Many people in Maryland create trusts to ease the transfer of assets to their loved ones and also to reduce some taxes. While there are many types of trust you can create to achieve the same purpose, the one that has been gaining popularity of late is the grantor retained annuity trust.
A grantor retained annuity trust is an irrevocable trust in which the grantor, or creator of the trust, gives up ownership of certain assets to the trustee. In return, the grantor receives fixed payments for a set period of time. After that time expires, the remaining assets in the trust are distributed to the beneficiaries named by the grantor.
How GRATs work in Maryland
The grantor of a GRAT in Maryland must be at least 21 years old and cannot be the trustee of the trust. The trustee can be anyone the grantor entrusts to manage the assets, including a family member, friend, or professional fiduciary.
The grantor must also transfer ownership of the assets to the trust. This can be done by deed, will, or any other legal estate planning means. The grantor must then hire a qualified appraiser to value the assets for tax purposes.
Once the asset is transferred and valued, the grantor and trustee will sign an agreement outlining the terms of the trust. For instance, how much money the grantor will receive each year and for how long. It also includes what will happen to the assets after the grantor’s payments end.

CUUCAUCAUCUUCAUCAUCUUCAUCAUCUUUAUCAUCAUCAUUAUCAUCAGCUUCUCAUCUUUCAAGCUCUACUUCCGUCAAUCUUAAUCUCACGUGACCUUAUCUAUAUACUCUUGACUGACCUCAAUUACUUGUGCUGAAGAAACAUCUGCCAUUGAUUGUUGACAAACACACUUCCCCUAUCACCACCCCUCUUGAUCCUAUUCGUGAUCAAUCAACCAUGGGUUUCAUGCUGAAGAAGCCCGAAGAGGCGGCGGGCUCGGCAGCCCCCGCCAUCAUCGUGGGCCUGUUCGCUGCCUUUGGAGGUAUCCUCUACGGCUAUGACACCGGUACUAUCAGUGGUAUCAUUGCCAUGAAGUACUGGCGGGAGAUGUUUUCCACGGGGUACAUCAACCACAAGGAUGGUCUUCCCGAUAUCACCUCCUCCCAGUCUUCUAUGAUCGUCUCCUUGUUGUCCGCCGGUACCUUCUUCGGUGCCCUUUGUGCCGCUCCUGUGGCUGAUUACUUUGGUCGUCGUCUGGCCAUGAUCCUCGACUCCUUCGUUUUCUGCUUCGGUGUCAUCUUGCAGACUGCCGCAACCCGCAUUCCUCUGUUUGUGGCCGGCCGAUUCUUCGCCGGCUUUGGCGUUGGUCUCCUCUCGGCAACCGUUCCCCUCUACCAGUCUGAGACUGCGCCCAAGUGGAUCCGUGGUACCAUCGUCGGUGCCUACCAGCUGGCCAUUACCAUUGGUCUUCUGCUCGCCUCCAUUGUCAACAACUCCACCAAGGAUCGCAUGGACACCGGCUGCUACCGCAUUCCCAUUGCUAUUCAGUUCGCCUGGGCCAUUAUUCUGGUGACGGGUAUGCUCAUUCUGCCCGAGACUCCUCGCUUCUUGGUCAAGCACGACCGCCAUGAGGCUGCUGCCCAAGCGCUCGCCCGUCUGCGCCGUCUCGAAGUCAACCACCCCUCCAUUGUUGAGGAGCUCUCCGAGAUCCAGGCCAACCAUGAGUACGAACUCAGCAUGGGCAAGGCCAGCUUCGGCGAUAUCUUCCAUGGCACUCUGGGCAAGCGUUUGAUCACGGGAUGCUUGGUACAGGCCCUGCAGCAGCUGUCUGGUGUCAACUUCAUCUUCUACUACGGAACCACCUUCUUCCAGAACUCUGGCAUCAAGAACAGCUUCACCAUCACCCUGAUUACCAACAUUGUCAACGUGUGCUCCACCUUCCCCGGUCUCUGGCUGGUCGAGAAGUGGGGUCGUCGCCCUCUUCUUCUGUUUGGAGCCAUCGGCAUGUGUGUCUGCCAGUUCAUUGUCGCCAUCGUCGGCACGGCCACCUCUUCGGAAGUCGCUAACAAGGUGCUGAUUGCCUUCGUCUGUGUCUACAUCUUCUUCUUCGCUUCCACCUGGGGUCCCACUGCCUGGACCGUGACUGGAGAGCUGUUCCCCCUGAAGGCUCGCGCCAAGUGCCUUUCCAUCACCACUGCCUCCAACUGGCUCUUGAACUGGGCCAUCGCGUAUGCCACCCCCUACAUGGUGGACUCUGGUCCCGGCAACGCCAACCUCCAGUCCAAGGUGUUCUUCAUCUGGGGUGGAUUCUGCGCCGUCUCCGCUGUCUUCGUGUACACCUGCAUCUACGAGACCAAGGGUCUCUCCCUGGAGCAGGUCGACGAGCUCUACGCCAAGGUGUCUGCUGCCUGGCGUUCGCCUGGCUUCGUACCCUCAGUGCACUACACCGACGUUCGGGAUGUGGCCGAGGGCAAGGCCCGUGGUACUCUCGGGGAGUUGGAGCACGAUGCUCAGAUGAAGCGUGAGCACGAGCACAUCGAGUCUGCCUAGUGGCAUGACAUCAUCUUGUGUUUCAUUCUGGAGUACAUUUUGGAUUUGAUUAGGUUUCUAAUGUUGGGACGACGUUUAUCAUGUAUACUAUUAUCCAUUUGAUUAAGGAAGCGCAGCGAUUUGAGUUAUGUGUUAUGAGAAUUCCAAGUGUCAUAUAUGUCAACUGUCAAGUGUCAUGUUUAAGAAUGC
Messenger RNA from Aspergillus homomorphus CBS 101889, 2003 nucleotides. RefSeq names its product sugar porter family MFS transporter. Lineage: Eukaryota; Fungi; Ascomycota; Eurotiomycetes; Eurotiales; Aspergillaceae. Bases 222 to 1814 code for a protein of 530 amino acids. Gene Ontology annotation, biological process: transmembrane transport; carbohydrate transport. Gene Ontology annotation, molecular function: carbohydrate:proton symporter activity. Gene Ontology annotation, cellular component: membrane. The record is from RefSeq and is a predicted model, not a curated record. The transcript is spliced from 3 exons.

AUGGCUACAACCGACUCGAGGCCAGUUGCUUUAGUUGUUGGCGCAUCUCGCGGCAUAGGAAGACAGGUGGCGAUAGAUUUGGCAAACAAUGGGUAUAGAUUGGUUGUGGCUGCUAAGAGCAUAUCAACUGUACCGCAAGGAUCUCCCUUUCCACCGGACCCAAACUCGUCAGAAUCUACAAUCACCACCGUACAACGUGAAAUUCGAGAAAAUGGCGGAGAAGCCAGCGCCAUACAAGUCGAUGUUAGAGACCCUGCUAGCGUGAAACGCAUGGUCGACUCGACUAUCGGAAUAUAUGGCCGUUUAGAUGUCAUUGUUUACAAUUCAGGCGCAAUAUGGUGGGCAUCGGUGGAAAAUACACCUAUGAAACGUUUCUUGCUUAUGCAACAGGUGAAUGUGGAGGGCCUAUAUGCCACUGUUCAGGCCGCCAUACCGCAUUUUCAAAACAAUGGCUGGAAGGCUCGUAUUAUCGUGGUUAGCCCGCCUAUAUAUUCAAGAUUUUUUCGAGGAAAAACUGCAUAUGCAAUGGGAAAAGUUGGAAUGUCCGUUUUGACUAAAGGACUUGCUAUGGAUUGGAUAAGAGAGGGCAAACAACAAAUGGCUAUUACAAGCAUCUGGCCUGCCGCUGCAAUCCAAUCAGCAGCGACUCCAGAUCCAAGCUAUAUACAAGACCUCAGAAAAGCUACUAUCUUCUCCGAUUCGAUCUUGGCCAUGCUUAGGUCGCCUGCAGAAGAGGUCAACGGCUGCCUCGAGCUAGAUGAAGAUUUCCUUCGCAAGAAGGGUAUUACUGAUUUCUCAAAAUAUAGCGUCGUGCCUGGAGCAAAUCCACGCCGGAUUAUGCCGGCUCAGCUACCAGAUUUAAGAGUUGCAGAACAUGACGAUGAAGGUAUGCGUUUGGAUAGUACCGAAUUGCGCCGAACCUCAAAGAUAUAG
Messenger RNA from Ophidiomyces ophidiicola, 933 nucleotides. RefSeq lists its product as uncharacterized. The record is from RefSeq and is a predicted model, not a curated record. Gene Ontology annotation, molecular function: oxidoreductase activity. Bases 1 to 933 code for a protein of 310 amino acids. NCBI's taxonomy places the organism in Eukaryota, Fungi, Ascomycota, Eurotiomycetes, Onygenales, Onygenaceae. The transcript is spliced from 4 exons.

Tax benefits of GRAT
There are two ways in which grantor retained annuity trusts are taxed: first when the assets are transferred to the trust and then again when they are distributed to the beneficiaries. However, the IRS has a rule called the “section 7520 rate.” This is the interest rate used to value GRATs for tax purposes. The current section 7520 rate is low, which means that GRATs can be structured in a way that minimizes or even eliminates estate taxes.
A grantor retained annuity trust is a powerful estate planning tool one could adopt. However, they are best for assets that can appreciate in time.